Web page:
In the years ahead, the long-running nightmare of the nuclear Cold War — mutually assured destruction — could return in a new context on the final frontier, a Pentagon adviser said today at a Seattle-based space policy conference.
Brad Townsend, a space strategy and policy adviser to the leadership of the Joint Chiefs of Staff, raised the alarm about anti-satellite weapons, or ASATs, during a virtual symposium sponsored by the University of Washington’s Space Policy and Research Center.
He noted that China and Russia are already experimenting with methods to disable other nations’ satellites in the event of a future conflict. But in the course of destroying an enemy satellite, attackers could set off a catastrophic chain reaction of out-of-control orbital debris.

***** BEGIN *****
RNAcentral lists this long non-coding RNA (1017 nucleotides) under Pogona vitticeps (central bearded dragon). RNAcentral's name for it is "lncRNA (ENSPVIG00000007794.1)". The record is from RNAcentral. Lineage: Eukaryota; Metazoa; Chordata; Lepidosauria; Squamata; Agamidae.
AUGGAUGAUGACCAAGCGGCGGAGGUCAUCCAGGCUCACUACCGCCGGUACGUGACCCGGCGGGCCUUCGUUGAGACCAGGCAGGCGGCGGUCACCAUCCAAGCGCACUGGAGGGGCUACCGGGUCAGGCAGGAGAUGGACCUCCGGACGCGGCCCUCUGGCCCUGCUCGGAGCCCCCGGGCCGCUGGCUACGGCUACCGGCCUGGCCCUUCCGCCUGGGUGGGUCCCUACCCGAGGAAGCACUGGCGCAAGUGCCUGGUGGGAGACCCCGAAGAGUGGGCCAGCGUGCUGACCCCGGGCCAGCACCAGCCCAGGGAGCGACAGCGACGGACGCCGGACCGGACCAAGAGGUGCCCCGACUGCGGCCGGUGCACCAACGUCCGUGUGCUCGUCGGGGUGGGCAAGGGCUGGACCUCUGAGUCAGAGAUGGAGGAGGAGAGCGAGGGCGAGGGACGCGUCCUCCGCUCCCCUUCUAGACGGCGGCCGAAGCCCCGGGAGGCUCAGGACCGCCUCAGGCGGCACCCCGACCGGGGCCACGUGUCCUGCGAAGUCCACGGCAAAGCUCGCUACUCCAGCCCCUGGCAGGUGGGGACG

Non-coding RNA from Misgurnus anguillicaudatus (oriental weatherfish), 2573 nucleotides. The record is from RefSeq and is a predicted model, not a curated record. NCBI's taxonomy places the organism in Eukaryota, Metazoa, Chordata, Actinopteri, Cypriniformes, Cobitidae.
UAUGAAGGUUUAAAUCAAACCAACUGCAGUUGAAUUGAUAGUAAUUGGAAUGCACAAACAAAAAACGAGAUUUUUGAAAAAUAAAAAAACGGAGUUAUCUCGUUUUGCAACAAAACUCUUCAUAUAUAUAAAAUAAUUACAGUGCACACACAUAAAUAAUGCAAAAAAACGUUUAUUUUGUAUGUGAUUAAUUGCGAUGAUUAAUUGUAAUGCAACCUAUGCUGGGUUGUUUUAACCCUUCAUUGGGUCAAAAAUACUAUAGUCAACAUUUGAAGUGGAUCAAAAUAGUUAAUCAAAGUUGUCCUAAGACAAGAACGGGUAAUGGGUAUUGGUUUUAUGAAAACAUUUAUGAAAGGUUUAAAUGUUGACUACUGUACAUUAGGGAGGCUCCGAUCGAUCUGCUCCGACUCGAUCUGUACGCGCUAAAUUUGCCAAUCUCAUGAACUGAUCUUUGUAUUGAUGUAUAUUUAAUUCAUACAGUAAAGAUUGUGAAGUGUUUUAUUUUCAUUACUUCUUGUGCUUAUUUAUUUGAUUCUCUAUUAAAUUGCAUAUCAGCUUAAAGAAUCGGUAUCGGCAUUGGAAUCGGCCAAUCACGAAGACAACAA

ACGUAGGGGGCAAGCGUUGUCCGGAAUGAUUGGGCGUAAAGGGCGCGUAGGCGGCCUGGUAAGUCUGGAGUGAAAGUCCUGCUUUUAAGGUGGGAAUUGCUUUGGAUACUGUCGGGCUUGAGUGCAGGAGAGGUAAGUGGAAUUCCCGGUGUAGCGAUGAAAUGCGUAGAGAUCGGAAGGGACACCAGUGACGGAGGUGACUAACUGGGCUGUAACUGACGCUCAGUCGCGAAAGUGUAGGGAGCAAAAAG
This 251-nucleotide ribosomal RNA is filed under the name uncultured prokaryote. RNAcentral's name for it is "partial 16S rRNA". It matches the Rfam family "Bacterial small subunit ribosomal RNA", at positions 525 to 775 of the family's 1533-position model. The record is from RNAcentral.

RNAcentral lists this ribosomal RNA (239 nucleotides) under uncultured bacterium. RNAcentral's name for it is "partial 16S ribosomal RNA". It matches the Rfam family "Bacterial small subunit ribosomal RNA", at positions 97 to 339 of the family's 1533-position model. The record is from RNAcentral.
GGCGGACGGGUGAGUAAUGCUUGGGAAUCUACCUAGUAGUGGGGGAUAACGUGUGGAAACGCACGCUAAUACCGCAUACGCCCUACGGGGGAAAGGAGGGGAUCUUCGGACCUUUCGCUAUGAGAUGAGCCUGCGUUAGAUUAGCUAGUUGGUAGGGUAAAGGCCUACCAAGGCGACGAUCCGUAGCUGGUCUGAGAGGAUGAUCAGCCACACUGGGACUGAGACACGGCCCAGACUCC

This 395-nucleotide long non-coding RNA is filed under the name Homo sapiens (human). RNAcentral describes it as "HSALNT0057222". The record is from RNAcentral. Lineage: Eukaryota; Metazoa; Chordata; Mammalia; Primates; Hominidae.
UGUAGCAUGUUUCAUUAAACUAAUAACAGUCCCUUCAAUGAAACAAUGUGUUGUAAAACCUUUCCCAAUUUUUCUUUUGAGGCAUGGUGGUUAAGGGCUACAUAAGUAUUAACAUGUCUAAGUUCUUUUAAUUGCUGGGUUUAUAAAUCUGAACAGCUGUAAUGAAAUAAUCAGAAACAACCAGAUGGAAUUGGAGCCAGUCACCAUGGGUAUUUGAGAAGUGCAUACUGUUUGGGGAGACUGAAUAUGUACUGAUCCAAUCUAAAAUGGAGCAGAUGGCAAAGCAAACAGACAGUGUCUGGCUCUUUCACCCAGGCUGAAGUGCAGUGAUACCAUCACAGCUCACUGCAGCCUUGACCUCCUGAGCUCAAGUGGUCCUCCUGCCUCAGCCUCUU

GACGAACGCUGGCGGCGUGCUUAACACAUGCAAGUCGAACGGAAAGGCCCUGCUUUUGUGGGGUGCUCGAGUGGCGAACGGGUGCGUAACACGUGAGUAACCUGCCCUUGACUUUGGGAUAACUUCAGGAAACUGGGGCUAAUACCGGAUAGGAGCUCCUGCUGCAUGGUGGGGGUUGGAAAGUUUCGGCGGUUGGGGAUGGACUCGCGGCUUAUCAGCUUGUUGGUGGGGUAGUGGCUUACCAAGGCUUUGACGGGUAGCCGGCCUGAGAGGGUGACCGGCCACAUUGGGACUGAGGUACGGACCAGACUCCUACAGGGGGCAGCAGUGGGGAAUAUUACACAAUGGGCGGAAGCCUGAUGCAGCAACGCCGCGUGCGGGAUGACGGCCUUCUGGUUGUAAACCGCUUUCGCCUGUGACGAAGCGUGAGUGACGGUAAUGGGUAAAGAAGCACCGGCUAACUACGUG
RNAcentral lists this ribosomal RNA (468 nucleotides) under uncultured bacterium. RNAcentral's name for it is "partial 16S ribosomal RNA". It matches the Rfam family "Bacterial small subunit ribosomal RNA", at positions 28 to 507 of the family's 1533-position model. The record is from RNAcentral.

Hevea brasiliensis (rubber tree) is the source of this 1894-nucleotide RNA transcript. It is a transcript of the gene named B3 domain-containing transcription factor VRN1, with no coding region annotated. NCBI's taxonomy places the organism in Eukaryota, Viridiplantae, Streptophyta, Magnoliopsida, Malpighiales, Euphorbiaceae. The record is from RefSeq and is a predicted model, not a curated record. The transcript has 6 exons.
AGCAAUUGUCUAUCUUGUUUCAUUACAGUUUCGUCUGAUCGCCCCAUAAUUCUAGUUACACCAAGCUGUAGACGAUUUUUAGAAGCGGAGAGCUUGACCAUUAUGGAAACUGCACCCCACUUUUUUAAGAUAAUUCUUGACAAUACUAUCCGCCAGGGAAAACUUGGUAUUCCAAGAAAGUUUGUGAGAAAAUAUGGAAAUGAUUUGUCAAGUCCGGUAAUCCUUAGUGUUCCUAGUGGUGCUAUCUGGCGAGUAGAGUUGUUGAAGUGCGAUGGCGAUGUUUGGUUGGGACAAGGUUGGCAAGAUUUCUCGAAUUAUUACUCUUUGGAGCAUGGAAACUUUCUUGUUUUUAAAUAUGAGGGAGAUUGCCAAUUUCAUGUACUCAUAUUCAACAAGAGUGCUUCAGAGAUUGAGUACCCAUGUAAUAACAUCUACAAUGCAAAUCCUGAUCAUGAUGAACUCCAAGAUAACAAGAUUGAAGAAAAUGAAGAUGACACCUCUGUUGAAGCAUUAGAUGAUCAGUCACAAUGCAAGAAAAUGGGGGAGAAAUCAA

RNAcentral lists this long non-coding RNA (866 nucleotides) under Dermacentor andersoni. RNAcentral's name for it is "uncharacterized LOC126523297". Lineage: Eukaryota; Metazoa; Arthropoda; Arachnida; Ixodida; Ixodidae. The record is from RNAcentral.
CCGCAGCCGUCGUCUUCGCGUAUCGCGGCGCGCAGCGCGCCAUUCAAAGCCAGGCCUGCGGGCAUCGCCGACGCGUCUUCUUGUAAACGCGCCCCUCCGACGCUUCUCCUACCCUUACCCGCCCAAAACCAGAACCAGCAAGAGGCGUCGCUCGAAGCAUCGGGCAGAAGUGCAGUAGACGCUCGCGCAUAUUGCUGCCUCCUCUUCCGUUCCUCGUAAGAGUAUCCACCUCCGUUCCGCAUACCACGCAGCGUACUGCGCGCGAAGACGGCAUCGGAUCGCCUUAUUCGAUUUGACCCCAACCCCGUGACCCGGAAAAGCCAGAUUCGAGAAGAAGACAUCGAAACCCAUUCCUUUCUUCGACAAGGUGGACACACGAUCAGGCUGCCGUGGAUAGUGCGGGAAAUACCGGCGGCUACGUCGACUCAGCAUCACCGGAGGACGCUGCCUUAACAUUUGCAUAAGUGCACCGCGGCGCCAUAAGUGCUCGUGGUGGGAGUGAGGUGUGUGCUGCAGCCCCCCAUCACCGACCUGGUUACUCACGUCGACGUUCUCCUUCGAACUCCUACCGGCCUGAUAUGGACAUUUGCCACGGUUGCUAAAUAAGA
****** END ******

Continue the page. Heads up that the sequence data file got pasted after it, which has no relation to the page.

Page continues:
Such a phenomenon, sometimes referred to as the Kessler syndrome, has fed into the plotlines for movies such as “Gravity” and novels such as “SevenEves.” But Townsend warned that the threat is more than just a science-fiction possibility.
“If nations start arming with ASATs as a way to deter other nations from attacking their orbital assets, they risk creating a new form of mutually assured destruction,” he said.